Which was exactly why I wanted to write it. My favourite bit of the review is where the reviewer's daughter (who read it first) says "I cried and cried." I love it when people cry. Especially if they're not related to me.
Also, someone has drawn an excellent portrait of Calwyn, Darrow and Samis from the Tremaris books, which inspired Alice to draw her own version. While we were discussing what Samis and the others looked like, Evie looked up from her own drawing and asked, in seeming amazement, "Did you make those stories, Mummy?" (She's heard them on audio.) "WOW! You're really clever!!"
Ahem. Thanks, Evie. She's just starting to grasp what it is I do for a crust. Alice is totally across it and often places orders for what I should write next. But I haven't made her cry yet. Hm.
I've mentioned before that it's one of the ironies of the writing life that by the time a new book appears in the shops, the writer has long since moved to the next project, or even the one after that.
For reasons beyond my control, I've been forced to interrupt the current WIP to think about the next cab off the rank. I had planned to try to write an adult (!) non-fiction (!!) book about Australia's relationship with Papua New Guinea, and I'd begun some general research (ie reading lots of books from the library). But gradually I started to wonder if this kind of book was what I really wanted to write. I don't know if I have the mental rigour and discipline for non-fiction. And it's a massive topic. Could I do it justice? What would my angle be?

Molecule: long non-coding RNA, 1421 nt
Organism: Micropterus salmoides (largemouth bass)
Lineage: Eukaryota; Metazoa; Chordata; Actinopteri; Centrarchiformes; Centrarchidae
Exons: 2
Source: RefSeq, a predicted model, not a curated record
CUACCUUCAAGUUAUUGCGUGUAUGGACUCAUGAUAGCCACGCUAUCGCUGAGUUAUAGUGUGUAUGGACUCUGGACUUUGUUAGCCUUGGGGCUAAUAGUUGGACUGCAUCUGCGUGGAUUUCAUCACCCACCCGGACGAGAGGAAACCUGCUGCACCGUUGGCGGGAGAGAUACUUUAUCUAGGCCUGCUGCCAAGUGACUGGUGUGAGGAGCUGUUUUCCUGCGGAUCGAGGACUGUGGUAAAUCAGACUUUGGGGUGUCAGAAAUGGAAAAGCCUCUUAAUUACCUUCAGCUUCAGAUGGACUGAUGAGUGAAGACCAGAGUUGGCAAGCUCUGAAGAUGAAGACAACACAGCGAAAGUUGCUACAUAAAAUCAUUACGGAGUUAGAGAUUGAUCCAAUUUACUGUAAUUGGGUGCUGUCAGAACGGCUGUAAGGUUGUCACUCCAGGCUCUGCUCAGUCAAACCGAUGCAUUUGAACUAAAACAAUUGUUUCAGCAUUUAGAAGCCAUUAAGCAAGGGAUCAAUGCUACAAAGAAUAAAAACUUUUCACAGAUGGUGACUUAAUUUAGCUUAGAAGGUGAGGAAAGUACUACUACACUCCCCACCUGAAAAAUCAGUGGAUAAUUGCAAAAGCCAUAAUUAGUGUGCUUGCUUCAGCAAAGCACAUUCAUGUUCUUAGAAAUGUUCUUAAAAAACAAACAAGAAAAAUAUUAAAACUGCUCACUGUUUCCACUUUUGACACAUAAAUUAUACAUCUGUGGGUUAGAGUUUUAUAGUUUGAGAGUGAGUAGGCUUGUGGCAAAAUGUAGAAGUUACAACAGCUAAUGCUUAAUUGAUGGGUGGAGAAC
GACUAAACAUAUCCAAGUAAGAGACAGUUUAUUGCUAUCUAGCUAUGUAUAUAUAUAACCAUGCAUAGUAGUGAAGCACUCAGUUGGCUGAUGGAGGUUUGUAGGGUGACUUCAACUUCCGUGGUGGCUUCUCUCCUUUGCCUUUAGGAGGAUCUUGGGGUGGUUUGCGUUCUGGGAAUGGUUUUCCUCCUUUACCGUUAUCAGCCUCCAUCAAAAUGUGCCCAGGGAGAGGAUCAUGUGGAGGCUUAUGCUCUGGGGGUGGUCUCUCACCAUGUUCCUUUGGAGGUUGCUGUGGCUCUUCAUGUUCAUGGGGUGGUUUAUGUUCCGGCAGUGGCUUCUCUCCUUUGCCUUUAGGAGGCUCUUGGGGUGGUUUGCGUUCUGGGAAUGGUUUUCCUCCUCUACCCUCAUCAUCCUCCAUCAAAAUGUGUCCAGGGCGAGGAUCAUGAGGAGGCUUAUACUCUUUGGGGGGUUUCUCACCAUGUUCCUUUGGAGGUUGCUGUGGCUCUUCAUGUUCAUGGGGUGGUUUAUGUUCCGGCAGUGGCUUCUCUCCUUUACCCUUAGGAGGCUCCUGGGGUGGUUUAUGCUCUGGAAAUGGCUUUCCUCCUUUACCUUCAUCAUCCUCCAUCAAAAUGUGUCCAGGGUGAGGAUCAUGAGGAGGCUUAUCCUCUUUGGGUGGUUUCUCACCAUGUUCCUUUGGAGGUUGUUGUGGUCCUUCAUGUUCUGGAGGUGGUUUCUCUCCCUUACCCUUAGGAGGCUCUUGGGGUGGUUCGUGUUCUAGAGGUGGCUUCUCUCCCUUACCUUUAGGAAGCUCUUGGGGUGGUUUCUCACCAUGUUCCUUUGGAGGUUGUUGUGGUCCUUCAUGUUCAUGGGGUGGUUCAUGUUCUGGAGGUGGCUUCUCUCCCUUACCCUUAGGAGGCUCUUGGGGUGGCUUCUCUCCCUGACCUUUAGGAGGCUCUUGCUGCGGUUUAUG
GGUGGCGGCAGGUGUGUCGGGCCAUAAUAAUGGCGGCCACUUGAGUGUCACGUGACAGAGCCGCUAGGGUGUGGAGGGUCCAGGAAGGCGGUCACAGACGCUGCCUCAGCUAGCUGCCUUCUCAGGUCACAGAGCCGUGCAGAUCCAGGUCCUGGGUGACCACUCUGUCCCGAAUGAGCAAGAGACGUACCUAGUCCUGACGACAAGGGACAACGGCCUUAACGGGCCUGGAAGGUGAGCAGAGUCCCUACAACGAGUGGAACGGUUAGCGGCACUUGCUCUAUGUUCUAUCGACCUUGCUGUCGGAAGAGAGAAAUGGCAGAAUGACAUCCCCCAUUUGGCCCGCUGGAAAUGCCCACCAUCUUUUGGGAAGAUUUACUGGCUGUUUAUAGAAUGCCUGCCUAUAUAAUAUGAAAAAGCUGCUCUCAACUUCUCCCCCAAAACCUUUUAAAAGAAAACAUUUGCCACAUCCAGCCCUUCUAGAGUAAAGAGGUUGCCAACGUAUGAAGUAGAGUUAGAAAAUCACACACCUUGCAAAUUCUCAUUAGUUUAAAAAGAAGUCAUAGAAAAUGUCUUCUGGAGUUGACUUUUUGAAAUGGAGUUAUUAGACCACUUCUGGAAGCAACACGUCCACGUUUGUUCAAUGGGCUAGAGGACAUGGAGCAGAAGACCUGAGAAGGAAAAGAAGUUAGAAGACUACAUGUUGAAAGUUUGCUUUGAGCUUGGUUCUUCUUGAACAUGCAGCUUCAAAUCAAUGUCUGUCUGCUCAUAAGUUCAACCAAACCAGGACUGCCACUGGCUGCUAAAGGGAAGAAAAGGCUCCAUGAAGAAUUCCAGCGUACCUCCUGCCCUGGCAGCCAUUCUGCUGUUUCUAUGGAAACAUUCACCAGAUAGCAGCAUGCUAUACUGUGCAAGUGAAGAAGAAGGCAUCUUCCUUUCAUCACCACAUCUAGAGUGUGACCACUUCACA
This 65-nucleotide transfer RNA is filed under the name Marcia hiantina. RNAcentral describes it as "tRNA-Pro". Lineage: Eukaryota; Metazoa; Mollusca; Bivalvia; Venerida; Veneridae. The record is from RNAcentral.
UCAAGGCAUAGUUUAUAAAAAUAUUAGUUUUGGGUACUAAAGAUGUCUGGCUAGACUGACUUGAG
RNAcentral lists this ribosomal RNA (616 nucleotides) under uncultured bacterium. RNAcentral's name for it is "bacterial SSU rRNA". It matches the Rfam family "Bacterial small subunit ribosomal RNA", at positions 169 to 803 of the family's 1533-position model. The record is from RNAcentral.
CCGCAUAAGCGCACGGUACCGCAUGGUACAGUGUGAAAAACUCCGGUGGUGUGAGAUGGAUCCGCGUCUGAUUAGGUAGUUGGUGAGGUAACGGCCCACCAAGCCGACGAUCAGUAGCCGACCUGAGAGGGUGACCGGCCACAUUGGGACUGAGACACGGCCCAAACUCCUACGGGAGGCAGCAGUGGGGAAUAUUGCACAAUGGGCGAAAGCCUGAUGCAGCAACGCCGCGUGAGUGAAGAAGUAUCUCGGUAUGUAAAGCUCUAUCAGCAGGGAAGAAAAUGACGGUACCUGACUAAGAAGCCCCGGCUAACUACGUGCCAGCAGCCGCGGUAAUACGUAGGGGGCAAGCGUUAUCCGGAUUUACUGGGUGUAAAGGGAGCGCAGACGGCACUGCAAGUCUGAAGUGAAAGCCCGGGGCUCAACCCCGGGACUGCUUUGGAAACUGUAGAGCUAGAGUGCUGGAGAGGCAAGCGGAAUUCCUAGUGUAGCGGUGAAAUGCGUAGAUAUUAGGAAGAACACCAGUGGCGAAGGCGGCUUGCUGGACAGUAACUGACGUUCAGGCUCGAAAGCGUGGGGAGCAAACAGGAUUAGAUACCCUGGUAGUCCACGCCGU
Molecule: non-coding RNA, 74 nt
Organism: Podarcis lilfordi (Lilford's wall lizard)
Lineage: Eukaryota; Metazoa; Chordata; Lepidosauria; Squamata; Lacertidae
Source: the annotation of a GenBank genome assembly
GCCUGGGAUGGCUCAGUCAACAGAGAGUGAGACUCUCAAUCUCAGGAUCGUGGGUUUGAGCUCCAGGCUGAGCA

Finally, like a snowfall settling on my shoulders, a decision drifted down: I would write a novel.
Instant relief. I can still explore the same issues that I find so fascinating - independence and colonialism, childhood and maturity, love and passion, the wild freedom of PNG, its violent beauty, the fraught relationship between the colonised and the colonisers, hyprocrisy, racism, dependence. What are the limits of love for a country that doesn't belong to you? What is the greater responsibility of a parent - to protect or to let go?
I can ask all the questions I want to ask, but in fiction I can ask them sideways. And I don't need to come up with all the answers.
What Penni said.
I've just finished reading an advance copy of Cicada Summer to Alice. Once we'd started, she wouldn't let me stop, and when we'd finished, she pronounced it the second best book ever (after Martine Murray's Henrietta The Great Go-Getter) and demanded that I read it again immediately.
It's gratifying to have such a positive reaction, even from a biased source (though I should point out that I'm only her third favourite author, after Enid Blyton and JK Rowling.) The funny thing is that Cicada Summer has turned out to be an almost perfect book for her - the main character, Eloise, is like her in many ways, and the younger girl that Eloise befriends, Anna, has turned out to be spookily similar in personality to my younger daughter Evie. When my mum remarked on it I thought she was imagining things; but on reading the book to Alice, I've discovered that it is indeed so. Anna and Eloise interact in much the same that Alice and Evie do. Anna is volatile and sparky and cajoles the introspective Eloise out of her melancholy, and she also dreads being alone, which is one of Evie's hates. The deserted house, the secret summerhouse, the paintings the girls make together, Eloise's dislike of new people, her sadness and her reclusiveness, all hold a special appeal to Alice.